Paddington Antique Centre

By pure chance one Saturday morning I was fortunate enough to stumble upon quite a jewel. It had been less fortunate circumstances that had brought me to Paddington in the first place however. The scenario begins on Friday morning when we were formed up on parade in front of the Company Sergeant Major who had informed us that the Company Commander’s wife had given birth to a baby boy and we all had to attend a compulsory function that afternoon in celebration. Throughout the day we all wondered if it was indeed ‘compulsory’ or if we could scatter away after knock-off and not show up. The function was to be held at the Paddington Tavern, a well-known establishment among soldiers and the unemployed who were drawn in by the significant amount of poker machines and presence of young females of questionable character.

The day drew to a close and I found myself in a discussion in the car park with a number of others. The group was split on whether to attend or not. We decided to show our face and then try to fade away into the chaos and confusion which accompanied every large gathering of soldiers. The celebration was sure to have a tense mood as the Major wasn’t quite a popular fellow. He was an arrogant Englishman who would strut around with his shirt tucked into his pants wearing a tight belt as they did in the British Army. You would rarely see him and he would only make rare appearances. He was famous for standing off to the side while observing our PT sessions and would yell out token comments like “Get up there!” or “Get a move on!” at whoever was closest to him. On the way there we had to stop off at one of the guy’s apartments so he could grab some cash. He didn’t come back and sent us an SMS saying he was having an argument with his girlfriend and please would we tell the Platoon Sergeant that he couldn’t make it.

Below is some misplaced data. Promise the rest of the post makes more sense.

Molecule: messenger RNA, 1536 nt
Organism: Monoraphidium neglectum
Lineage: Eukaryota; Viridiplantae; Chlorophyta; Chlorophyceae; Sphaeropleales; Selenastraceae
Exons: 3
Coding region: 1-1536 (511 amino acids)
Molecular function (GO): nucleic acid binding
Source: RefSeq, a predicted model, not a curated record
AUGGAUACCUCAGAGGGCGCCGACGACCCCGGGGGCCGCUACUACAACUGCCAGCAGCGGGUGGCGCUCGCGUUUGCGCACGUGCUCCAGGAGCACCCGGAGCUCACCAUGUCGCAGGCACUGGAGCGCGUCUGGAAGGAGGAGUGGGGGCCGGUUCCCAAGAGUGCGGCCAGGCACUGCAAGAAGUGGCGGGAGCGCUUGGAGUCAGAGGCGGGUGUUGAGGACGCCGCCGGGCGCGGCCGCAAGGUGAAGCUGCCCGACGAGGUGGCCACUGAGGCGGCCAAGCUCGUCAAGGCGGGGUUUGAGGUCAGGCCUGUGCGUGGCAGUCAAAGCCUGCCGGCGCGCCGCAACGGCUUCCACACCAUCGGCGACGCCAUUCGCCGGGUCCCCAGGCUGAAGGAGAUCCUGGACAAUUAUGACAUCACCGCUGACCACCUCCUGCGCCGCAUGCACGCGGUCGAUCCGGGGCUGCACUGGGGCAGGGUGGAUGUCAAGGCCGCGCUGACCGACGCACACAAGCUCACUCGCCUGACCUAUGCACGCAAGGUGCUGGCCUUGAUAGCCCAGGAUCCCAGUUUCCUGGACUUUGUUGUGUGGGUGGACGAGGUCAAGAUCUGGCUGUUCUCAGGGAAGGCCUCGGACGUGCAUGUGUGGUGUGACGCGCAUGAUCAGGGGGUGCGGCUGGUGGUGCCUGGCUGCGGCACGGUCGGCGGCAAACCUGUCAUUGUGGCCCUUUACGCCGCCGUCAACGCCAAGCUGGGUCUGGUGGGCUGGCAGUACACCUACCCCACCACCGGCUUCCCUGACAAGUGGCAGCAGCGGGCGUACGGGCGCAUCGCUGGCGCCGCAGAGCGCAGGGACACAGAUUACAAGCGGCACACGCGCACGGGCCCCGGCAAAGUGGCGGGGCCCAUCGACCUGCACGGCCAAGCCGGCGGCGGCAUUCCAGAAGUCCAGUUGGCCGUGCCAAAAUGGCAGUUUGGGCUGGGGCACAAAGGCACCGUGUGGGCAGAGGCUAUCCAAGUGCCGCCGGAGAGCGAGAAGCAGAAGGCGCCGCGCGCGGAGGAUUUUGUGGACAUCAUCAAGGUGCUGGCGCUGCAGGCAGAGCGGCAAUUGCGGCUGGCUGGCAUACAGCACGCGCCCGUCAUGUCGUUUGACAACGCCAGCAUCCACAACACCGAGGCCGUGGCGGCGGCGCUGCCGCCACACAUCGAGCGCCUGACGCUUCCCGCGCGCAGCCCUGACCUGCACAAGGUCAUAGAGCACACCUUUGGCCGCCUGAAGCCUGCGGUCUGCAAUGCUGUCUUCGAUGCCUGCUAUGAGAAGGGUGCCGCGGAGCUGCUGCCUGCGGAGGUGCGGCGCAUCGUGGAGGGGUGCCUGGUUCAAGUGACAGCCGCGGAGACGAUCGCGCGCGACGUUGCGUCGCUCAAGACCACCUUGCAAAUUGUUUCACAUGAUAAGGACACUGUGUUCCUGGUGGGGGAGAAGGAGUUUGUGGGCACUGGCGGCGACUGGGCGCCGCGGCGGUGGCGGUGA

We arrived and parked the car, walking in through the back entrance and making our way to the pool tables. Army functions were always a bizarre social experiment as you would be forced to socialise and drink among your superiors who in some cases you absolutely despise, and could consist of the same Sergeant who had sent you to the cells the week before. There was an awkward atmosphere in the air as we played pool and others stood in huddles drinking, with the Major and his officers at a table staring at us and making observations. You’d think if you were forcing your soldiers to celebrate the birth of your baby in their own time on a Friday that at least you would work that crowd and at least be friendly.

After about an hour of absolutely nothing happening I saw a few lads making their way into the poker machine area and realised that they were making a break for it. As I wanted to drink I’d left my car at the barracks and needed a ride back. I joined up with the other escapees who agreed to give me a lift, the last seat, thank God. It was only later that night I realised I had left my hat and wallet under the pool table. I phoned the tavern and it had been handed into the bar. It must have been another guest who had found it and not someone from the function luckily, as that may have made it obvious that I had left early.

On the way back from collecting my wallet I had become lost which led me to an encounter with the Paddington Antique Centre. The interior was unusual and in the shape of an aircraft hanger. It was quite grand and appeared to be an old theatre. I also happened to purchase a remarkable pair of boots which I discuss in another post.

I quickly worked out that the clientele could be categorised into several groups:

Old people
Odd-looking types who sold things on ebay for a living
Furniture restorers
Young slightly obese women with lots of tattoos and colourful hair
Old people




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